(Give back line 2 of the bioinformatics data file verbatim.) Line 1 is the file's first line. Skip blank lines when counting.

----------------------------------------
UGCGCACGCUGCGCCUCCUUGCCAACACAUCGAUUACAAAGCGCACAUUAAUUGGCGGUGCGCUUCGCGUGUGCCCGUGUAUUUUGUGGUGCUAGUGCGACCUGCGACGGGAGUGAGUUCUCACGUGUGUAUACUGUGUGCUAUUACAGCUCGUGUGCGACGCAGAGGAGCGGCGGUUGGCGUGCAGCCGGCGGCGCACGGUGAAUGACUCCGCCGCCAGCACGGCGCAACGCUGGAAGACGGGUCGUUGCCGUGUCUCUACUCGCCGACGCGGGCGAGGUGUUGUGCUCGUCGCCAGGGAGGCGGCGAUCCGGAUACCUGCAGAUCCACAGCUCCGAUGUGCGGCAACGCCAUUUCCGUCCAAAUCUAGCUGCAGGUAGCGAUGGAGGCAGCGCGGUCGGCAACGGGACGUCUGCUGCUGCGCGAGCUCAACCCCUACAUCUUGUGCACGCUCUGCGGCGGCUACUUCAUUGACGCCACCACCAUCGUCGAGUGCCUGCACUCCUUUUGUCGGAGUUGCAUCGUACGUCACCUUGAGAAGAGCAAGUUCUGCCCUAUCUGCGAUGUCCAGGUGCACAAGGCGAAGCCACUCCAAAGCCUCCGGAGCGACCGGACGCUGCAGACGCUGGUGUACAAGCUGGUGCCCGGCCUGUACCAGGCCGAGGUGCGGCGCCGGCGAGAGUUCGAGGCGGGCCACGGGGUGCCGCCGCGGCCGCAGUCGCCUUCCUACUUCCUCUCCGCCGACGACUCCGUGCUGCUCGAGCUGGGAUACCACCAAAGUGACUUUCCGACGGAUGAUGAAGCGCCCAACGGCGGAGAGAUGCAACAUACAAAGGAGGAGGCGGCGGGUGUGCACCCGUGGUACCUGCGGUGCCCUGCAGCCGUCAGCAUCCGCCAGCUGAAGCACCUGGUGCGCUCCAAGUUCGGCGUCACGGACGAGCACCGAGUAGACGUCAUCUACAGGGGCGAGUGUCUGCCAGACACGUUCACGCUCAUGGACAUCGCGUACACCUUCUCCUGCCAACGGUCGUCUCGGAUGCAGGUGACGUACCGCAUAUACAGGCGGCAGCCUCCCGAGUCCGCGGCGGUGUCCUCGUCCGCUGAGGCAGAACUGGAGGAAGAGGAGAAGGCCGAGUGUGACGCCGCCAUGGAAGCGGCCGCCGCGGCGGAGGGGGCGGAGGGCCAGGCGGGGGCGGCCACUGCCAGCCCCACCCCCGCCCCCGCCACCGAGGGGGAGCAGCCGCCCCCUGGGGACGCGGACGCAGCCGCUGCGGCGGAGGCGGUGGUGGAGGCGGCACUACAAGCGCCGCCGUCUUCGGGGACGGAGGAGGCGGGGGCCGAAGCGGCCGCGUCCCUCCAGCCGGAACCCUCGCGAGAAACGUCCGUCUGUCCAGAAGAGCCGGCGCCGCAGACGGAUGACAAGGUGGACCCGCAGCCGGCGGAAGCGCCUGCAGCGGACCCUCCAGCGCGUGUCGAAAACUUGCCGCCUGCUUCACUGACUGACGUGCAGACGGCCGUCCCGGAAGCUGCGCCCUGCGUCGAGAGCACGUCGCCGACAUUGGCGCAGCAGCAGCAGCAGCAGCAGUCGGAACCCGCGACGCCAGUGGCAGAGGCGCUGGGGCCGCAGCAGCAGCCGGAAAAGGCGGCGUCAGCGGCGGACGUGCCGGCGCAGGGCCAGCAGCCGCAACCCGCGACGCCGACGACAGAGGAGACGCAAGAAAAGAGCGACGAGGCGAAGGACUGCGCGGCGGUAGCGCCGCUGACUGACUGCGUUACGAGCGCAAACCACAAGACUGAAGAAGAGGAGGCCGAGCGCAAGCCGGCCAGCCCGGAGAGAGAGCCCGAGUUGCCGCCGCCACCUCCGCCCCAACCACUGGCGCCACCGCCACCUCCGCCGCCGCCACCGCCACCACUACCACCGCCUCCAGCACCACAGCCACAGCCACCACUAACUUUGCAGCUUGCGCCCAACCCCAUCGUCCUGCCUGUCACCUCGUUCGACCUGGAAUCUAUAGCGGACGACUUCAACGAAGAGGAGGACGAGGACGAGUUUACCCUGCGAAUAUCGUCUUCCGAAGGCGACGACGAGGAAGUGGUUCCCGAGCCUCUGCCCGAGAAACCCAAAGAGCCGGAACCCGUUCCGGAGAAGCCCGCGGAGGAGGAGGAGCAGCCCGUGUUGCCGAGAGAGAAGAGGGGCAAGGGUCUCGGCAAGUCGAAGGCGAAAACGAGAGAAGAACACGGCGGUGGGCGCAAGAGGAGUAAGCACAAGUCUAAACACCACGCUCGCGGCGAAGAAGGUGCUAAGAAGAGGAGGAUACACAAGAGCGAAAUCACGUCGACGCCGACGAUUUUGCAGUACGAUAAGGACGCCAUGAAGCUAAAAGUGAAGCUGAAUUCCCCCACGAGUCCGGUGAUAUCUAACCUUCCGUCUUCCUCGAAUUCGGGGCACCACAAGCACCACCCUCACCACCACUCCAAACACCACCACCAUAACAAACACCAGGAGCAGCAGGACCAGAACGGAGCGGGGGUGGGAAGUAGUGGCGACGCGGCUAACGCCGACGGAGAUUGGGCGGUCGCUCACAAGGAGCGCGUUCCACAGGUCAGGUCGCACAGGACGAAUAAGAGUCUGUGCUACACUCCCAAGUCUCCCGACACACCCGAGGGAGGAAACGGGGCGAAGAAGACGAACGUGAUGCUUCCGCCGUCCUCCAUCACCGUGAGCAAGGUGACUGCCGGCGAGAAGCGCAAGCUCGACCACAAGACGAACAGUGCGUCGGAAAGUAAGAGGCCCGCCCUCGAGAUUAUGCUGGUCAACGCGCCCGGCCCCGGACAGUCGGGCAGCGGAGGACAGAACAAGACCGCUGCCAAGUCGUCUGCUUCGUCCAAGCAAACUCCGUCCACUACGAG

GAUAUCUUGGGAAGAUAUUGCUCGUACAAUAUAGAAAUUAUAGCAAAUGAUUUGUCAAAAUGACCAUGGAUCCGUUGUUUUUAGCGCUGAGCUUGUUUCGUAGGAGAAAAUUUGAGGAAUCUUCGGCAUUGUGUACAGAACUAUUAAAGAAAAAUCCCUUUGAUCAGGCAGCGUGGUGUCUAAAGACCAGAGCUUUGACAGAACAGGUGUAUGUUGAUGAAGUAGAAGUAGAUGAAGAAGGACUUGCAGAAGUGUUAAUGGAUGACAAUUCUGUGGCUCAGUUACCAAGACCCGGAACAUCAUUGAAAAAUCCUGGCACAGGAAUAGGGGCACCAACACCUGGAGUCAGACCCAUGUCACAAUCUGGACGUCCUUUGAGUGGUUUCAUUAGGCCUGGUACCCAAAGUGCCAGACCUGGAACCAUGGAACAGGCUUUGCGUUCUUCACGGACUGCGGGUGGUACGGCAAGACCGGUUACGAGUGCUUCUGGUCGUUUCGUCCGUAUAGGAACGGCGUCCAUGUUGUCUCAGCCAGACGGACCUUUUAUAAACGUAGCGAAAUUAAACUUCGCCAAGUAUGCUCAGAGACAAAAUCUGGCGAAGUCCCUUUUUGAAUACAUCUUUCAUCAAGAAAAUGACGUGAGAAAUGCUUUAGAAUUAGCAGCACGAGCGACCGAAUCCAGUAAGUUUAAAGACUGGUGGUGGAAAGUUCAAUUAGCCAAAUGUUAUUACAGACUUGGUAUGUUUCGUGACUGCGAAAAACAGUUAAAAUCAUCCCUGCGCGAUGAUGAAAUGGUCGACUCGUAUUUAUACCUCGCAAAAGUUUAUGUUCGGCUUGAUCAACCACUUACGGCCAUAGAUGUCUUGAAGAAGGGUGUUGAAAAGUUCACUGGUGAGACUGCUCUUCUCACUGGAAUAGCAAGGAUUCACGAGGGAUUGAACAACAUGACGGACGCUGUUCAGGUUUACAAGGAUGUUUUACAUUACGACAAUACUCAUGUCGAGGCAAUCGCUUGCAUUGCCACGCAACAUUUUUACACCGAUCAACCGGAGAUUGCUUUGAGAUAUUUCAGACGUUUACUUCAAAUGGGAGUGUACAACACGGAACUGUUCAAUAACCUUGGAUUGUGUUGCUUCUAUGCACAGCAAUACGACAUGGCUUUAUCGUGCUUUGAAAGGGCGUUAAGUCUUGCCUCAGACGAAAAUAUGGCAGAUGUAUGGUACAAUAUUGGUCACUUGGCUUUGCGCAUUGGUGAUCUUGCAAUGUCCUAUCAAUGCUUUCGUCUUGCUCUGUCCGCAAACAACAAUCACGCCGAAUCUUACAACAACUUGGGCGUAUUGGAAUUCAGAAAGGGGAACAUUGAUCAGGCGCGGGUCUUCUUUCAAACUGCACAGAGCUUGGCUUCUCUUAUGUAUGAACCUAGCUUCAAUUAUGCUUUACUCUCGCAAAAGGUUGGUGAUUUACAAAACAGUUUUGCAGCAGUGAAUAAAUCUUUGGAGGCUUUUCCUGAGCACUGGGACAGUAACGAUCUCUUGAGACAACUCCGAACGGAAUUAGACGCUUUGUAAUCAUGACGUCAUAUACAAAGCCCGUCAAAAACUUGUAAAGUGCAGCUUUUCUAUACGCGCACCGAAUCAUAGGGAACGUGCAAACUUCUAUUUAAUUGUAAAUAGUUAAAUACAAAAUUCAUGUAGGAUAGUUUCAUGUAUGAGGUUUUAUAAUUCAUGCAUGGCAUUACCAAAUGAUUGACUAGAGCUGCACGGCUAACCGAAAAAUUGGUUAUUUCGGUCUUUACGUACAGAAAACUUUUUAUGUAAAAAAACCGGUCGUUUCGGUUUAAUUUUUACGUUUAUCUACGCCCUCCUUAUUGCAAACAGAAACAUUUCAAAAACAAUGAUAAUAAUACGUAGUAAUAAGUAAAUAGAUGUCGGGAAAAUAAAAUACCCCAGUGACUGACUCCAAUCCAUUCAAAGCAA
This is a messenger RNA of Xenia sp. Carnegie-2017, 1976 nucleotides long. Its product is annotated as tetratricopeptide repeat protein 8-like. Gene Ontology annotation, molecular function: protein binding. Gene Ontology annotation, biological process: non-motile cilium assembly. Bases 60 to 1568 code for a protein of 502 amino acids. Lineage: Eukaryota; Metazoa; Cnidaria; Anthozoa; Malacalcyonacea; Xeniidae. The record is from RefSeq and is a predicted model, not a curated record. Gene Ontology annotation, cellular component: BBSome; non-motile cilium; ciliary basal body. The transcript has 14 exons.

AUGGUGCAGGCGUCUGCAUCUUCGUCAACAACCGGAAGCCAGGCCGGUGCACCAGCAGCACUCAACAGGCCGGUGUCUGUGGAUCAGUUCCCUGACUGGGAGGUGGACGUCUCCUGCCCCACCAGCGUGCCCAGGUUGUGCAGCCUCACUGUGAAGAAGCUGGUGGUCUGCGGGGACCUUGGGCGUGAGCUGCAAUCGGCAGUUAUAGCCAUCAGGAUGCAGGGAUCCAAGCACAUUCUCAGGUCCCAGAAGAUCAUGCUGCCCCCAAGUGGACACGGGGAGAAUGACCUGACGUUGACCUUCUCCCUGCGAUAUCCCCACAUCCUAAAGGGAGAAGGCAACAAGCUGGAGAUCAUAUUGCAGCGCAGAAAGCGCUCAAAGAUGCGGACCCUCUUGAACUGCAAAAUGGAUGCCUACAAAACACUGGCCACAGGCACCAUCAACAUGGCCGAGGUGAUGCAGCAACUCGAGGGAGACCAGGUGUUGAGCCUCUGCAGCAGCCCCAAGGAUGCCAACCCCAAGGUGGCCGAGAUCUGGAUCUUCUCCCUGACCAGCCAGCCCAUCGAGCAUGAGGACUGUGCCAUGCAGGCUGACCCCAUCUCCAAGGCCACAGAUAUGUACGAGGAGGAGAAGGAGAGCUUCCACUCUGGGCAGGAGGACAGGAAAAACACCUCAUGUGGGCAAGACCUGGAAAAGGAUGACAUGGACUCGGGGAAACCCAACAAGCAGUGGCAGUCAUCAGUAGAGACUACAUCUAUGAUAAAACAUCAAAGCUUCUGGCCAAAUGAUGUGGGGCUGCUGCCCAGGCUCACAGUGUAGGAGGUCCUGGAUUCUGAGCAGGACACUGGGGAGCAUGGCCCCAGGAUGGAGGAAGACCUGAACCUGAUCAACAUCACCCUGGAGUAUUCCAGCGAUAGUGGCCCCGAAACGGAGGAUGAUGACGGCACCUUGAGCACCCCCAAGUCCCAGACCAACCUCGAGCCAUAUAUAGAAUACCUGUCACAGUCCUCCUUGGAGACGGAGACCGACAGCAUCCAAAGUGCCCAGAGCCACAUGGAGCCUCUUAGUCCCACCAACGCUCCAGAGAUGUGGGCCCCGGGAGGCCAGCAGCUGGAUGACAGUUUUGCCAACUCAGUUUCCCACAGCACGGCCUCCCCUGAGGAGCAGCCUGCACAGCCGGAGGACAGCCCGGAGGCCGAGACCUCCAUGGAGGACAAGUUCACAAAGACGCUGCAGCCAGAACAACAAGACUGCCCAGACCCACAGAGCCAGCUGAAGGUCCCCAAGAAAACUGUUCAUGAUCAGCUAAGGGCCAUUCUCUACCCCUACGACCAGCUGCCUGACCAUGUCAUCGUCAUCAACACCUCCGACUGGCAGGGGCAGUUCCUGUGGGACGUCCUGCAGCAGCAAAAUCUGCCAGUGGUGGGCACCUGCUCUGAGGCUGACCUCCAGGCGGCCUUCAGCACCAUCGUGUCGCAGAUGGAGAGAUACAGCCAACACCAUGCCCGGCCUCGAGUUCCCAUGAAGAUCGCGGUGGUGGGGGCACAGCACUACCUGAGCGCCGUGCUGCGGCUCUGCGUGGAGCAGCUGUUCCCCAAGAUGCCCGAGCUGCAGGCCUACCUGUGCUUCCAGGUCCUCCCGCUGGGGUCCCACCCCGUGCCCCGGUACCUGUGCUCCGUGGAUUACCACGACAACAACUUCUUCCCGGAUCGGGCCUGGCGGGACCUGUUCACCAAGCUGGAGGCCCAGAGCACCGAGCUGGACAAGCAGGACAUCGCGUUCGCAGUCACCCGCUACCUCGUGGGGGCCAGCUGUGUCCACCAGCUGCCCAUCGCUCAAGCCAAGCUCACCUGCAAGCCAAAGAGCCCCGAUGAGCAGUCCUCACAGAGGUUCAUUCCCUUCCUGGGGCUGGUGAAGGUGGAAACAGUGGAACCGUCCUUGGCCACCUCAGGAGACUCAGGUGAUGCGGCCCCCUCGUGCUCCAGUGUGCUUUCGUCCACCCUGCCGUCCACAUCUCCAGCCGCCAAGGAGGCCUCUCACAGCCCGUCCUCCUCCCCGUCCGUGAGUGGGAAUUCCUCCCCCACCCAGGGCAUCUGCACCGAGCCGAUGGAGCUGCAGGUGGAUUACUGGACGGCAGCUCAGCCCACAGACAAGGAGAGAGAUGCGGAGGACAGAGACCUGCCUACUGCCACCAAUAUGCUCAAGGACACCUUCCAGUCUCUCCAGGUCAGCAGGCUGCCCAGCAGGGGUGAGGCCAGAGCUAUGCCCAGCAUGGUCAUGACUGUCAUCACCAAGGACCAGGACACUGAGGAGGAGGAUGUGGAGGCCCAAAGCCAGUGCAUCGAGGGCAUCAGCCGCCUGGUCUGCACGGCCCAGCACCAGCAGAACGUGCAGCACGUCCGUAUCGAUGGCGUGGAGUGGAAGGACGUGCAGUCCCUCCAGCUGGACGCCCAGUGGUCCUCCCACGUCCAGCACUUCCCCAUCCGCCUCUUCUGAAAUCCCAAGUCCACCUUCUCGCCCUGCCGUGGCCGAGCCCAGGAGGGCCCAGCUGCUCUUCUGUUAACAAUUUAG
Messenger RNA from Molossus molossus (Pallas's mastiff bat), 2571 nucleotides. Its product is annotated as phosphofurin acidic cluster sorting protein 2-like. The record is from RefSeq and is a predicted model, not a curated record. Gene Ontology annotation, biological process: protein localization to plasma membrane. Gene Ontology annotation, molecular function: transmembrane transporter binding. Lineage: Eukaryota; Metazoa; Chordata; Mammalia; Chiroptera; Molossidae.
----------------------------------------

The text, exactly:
GAUAUCUUGGGAAGAUAUUGCUCGUACAAUAUAGAAAUUAUAGCAAAUGAUUUGUCAAAAUGACCAUGGAUCCGUUGUUUUUAGCGCUGAGCUUGUUUCGUAGGAGAAAAUUUGAGGAAUCUUCGGCAUUGUGUACAGAACUAUUAAAGAAAAAUCCCUUUGAUCAGGCAGCGUGGUGUCUAAAGACCAGAGCUUUGACAGAACAGGUGUAUGUUGAUGAAGUAGAAGUAGAUGAAGAAGGACUUGCAGAAGUGUUAAUGGAUGACAAUUCUGUGGCUCAGUUACCAAGACCCGGAACAUCAUUGAAAAAUCCUGGCACAGGAAUAGGGGCACCAACACCUGGAGUCAGACCCAUGUCACAAUCUGGACGUCCUUUGAGUGGUUUCAUUAGGCCUGGUACCCAAAGUGCCAGACCUGGAACCAUGGAACAGGCUUUGCGUUCUUCACGGACUGCGGGUGGUACGGCAAGACCGGUUACGAGUGCUUCUGGUCGUUUCGUCCGUAUAGGAACGGCGUCCAUGUUGUCUCAGCCAGACGGACCUUUUAUAAACGUAGCGAAAUUAAACUUCGCCAAGUAUGCUCAGAGACAAAAUCUGGCGAAGUCCCUUUUUGAAUACAUCUUUCAUCAAGAAAAUGACGUGAGAAAUGCUUUAGAAUUAGCAGCACGAGCGACCGAAUCCAGUAAGUUUAAAGACUGGUGGUGGAAAGUUCAAUUAGCCAAAUGUUAUUACAGACUUGGUAUGUUUCGUGACUGCGAAAAACAGUUAAAAUCAUCCCUGCGCGAUGAUGAAAUGGUCGACUCGUAUUUAUACCUCGCAAAAGUUUAUGUUCGGCUUGAUCAACCACUUACGGCCAUAGAUGUCUUGAAGAAGGGUGUUGAAAAGUUCACUGGUGAGACUGCUCUUCUCACUGGAAUAGCAAGGAUUCACGAGGGAUUGAACAACAUGACGGACGCUGUUCAGGUUUACAAGGAUGUUUUACAUUACGACAAUACUCAUGUCGAGGCAAUCGCUUGCAUUGCCACGCAACAUUUUUACACCGAUCAACCGGAGAUUGCUUUGAGAUAUUUCAGACGUUUACUUCAAAUGGGAGUGUACAACACGGAACUGUUCAAUAACCUUGGAUUGUGUUGCUUCUAUGCACAGCAAUACGACAUGGCUUUAUCGUGCUUUGAAAGGGCGUUAAGUCUUGCCUCAGACGAAAAUAUGGCAGAUGUAUGGUACAAUAUUGGUCACUUGGCUUUGCGCAUUGGUGAUCUUGCAAUGUCCUAUCAAUGCUUUCGUCUUGCUCUGUCCGCAAACAACAAUCACGCCGAAUCUUACAACAACUUGGGCGUAUUGGAAUUCAGAAAGGGGAACAUUGAUCAGGCGCGGGUCUUCUUUCAAACUGCACAGAGCUUGGCUUCUCUUAUGUAUGAACCUAGCUUCAAUUAUGCUUUACUCUCGCAAAAGGUUGGUGAUUUACAAAACAGUUUUGCAGCAGUGAAUAAAUCUUUGGAGGCUUUUCCUGAGCACUGGGACAGUAACGAUCUCUUGAGACAACUCCGAACGGAAUUAGACGCUUUGUAAUCAUGACGUCAUAUACAAAGCCCGUCAAAAACUUGUAAAGUGCAGCUUUUCUAUACGCGCACCGAAUCAUAGGGAACGUGCAAACUUCUAUUUAAUUGUAAAUAGUUAAAUACAAAAUUCAUGUAGGAUAGUUUCAUGUAUGAGGUUUUAUAAUUCAUGCAUGGCAUUACCAAAUGAUUGACUAGAGCUGCACGGCUAACCGAAAAAUUGGUUAUUUCGGUCUUUACGUACAGAAAACUUUUUAUGUAAAAAAACCGGUCGUUUCGGUUUAAUUUUUACGUUUAUCUACGCCCUCCUUAUUGCAAACAGAAACAUUUCAAAAACAAUGAUAAUAAUACGUAGUAAUAAGUAAAUAGAUGUCGGGAAAAUAAAAUACCCCAGUGACUGACUCCAAUCCAUUCAAAGCAA